Tuesday, November 25, 2008



I will never forget the first time I heard one of the greatest anti-war song ever written. The memory floods in every time I hear John McDermott sing And The Band Played Waltzing Matilda as if he was looking into the face of a mother yearning for her fallen soldier.
So when I heard McDermott sing it the other night, with its composer Eric Bogle sitting off to one side staring at the floor, it was a magic moment. Bogle had never heard McDermott sing it live before, for various reasons, and tried to shrug away the emotion it must have stirred in his soul by saying the experience was "better than sex."
Then he added "more profitable too." Of course it has been recorded by at least 80 singers, although the best of them can only tie McDermott.I first heard it on a downtown trip to celebrate a family birthday. I missed the start on the car radio but insisted everyone wait in the car until it finished. But I didn't know who was singing it and who had written it. Joe Lewis had played it on his Saturday show on CJRT and when Lewis came to the Sun office on his rounds as a ballet publicist, he filled in the blanks. It had been sung by an Aussie group the Bushwackers and composed by an Aussie named Bogle.
( Bogle grew up in Scotland and still sounds like it despite decades of living in Australia. But Australia and its pubs have given him a certain bawdy charm when he sings and yarns. )
Of course I immediately told McDermott, at that point the Sun's staff troubador, about this great song. But I didn't know any more. So he searched and asked and finally a CBC producer gave him a copy, and the song became almost as much of his program as Danny Boy.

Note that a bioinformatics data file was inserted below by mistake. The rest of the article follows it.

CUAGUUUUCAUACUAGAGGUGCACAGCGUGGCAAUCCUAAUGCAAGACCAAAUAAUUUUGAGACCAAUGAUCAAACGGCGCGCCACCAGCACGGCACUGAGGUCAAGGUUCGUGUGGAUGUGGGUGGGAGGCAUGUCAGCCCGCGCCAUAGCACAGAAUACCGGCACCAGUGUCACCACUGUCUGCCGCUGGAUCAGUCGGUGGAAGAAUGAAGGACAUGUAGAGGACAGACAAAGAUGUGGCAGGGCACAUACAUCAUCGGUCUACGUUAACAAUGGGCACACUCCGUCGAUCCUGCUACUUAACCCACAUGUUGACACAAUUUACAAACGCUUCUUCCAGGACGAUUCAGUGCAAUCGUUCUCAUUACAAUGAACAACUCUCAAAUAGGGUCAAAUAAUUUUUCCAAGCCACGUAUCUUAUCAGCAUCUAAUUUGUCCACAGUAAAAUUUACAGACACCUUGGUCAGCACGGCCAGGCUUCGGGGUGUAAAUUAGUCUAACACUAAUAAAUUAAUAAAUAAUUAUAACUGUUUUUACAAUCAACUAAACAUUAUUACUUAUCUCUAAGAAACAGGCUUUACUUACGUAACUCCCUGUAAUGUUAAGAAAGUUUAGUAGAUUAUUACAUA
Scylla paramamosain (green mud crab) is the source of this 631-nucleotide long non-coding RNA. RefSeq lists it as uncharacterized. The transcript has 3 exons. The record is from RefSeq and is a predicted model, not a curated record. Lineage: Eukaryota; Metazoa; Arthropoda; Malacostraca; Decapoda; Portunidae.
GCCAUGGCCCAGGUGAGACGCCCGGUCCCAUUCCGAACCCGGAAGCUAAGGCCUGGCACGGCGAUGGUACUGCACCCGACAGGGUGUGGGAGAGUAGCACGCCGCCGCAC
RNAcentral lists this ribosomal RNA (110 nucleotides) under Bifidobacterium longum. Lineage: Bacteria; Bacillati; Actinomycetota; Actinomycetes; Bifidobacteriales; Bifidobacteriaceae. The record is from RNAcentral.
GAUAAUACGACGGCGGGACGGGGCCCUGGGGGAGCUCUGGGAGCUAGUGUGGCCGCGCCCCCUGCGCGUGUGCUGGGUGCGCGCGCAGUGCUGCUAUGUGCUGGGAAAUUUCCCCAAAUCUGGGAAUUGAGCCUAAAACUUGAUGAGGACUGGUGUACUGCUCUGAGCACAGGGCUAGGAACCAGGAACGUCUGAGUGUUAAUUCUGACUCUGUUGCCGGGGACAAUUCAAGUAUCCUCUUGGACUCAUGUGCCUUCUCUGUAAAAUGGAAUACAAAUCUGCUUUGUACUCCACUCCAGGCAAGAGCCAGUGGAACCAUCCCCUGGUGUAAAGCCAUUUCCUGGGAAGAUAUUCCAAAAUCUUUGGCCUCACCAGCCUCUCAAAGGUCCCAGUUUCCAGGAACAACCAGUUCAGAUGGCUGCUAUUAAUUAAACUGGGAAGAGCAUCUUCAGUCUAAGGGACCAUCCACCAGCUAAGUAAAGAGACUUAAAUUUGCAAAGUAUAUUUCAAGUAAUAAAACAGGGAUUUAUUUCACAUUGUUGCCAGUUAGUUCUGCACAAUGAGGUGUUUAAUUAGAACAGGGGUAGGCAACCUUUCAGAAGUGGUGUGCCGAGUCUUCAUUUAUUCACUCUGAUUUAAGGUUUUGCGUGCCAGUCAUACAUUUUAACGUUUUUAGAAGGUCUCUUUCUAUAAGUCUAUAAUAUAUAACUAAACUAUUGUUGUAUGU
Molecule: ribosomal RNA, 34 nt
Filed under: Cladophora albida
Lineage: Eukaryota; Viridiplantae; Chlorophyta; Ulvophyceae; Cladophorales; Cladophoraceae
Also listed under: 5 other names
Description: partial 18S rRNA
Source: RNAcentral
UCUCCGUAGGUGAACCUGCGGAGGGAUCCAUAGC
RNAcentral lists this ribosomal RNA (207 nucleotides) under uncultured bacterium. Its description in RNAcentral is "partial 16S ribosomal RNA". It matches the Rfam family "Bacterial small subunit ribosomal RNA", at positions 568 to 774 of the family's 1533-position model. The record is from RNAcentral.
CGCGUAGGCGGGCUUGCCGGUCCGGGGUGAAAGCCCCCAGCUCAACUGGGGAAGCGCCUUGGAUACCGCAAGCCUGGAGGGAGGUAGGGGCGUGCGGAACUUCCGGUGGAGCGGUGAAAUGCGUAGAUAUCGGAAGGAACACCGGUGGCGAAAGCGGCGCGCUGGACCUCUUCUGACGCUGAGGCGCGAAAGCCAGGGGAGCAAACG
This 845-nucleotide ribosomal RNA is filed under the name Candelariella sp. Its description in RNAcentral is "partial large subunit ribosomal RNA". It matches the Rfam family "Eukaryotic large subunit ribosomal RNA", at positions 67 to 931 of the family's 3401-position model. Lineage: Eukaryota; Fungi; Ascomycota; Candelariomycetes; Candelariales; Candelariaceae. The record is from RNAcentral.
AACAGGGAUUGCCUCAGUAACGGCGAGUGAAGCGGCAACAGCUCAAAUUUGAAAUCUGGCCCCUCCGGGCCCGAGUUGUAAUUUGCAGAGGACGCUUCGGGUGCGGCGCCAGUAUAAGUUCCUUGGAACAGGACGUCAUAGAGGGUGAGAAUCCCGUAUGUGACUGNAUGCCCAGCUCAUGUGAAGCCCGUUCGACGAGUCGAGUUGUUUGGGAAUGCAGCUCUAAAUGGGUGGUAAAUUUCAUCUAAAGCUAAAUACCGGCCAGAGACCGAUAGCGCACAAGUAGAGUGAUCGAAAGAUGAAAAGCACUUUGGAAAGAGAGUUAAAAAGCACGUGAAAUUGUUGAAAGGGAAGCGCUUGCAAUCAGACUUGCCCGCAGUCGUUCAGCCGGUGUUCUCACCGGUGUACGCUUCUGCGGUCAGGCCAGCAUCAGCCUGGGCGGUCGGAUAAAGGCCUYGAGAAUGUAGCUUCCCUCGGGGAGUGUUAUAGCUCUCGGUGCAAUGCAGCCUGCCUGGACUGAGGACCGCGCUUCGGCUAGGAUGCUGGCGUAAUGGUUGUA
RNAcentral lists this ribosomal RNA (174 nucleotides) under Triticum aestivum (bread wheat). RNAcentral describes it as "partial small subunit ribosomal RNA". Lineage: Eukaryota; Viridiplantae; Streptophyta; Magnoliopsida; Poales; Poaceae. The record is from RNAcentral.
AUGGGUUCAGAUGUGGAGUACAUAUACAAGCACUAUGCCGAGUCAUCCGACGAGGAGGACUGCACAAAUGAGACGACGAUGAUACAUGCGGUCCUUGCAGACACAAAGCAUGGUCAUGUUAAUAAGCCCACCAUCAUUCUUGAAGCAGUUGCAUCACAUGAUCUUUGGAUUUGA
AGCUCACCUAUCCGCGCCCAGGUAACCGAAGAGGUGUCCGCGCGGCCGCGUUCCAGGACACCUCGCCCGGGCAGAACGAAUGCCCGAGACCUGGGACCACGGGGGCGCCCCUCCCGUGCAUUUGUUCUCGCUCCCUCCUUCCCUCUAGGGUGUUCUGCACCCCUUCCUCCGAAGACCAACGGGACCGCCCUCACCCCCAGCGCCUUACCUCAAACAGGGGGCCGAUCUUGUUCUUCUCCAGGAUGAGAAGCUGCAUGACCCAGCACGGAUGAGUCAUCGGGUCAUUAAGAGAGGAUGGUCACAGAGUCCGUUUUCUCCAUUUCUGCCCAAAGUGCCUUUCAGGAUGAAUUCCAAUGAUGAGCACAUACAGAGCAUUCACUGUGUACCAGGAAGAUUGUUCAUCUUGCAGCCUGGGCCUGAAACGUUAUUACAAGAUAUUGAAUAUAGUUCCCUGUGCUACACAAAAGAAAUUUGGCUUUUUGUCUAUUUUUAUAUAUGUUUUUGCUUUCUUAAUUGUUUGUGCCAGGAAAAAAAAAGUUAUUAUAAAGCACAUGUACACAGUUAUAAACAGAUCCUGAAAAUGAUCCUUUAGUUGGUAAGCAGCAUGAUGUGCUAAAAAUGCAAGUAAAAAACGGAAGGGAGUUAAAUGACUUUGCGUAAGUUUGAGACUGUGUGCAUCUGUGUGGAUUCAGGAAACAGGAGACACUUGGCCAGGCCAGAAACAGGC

Bogle also wrote another great war song to tug out your tears called The Green Fields of France. And soon, I predict, we also will be listening to a new song called "Buddy's never coming home" which McDermott and Bogle will be singing to all the American troops overseas on a simulcast from Boston on Dec. 12.
And that will complete a musical trilogy. Bogle didn't want to denigrate the soldiers from the States and Australia who fought and died in Vietnam when he was writing a song about war. So he set the message from And the Bands Played Waltzing Matilda around the great Australian slaughter in Turkey in the Great War. The Green Fields of France is set in World War Two. And the new song, Buddy, which has not yet been recorded, is about the grim American toll in Iraq and Afghanistan.
Bogle and McDermott are touring and did two nights at Hugh's Room on Dundas St. W, which is a great place in its acoustics and sight lines to watch music. (And the food's good too. Have the steak.)
This is a warm-up for McDermott's annual Christmas concerts in Toronto. (This year at Roy Thomson Hall on Dec. 22 and 23.) Bogle is busy writing for the concert because McDermott explains that the Christmas songs that Bogle has already composed are decidedly too risque. It must be all those years in the pubs.
McDermott now has 20 CDs out for his fans. I love Christmas music and when McDermott sings the queen of carols, Silent Night, I am carried back to my childhood and the charms of Christmas even if you were living in modest circumstances. I'm still playing his music on Boxing Day.
Yet it's the CD that doesn't have his signature song Danny Boy that has a special place on my shelf. There are 17 songs of war on this CD titled Buy Victory Bonds. And I studied the history carefully of each one before I wrote the liner notes. It was a frustrating experience because how can mere written words match the nostalgia, passion and pathos as a great singer doesn't glorify war but makes its wistful waste a trifle more tolerable.

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